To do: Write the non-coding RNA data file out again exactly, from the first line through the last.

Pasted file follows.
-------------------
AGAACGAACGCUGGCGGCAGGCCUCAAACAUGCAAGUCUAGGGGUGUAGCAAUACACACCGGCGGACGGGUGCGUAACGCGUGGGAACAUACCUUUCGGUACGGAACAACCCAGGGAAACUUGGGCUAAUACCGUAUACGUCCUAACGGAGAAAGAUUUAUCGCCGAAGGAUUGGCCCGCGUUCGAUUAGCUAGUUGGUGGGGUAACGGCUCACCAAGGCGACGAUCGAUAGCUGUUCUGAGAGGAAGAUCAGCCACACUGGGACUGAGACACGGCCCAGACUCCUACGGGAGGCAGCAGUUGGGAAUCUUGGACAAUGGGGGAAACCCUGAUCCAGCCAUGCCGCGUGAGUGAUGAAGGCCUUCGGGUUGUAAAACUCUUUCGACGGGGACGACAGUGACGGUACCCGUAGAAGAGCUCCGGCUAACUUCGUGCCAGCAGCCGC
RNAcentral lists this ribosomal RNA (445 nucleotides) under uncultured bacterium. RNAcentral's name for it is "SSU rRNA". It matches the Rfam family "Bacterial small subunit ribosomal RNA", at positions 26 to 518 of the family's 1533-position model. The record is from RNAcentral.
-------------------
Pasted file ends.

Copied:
AGAACGAACGCUGGCGGCAGGCCUCAAACAUGCAAGUCUAGGGGUGUAGCAAUACACACCGGCGGACGGGUGCGUAACGCGUGGGAACAUACCUUUCGGUACGGAACAACCCAGGGAAACUUGGGCUAAUACCGUAUACGUCCUAACGGAGAAAGAUUUAUCGCCGAAGGAUUGGCCCGCGUUCGAUUAGCUAGUUGGUGGGGUAACGGCUCACCAAGGCGACGAUCGAUAGCUGUUCUGAGAGGAAGAUCAGCCACACUGGGACUGAGACACGGCCCAGACUCCUACGGGAGGCAGCAGUUGGGAAUCUUGGACAAUGGGGGAAACCCUGAUCCAGCCAUGCCGCGUGAGUGAUGAAGGCCUUCGGGUUGUAAAACUCUUUCGACGGGGACGACAGUGACGGUACCCGUAGAAGAGCUCCGGCUAACUUCGUGCCAGCAGCCGC
RNAcentral lists this ribosomal RNA (445 nucleotides) under uncultured bacterium. RNAcentral's name for it is "SSU rRNA". It matches the Rfam family "Bacterial small subunit ribosomal RNA", at positions 26 to 518 of the family's 1533-position model. The record is from RNAcentral.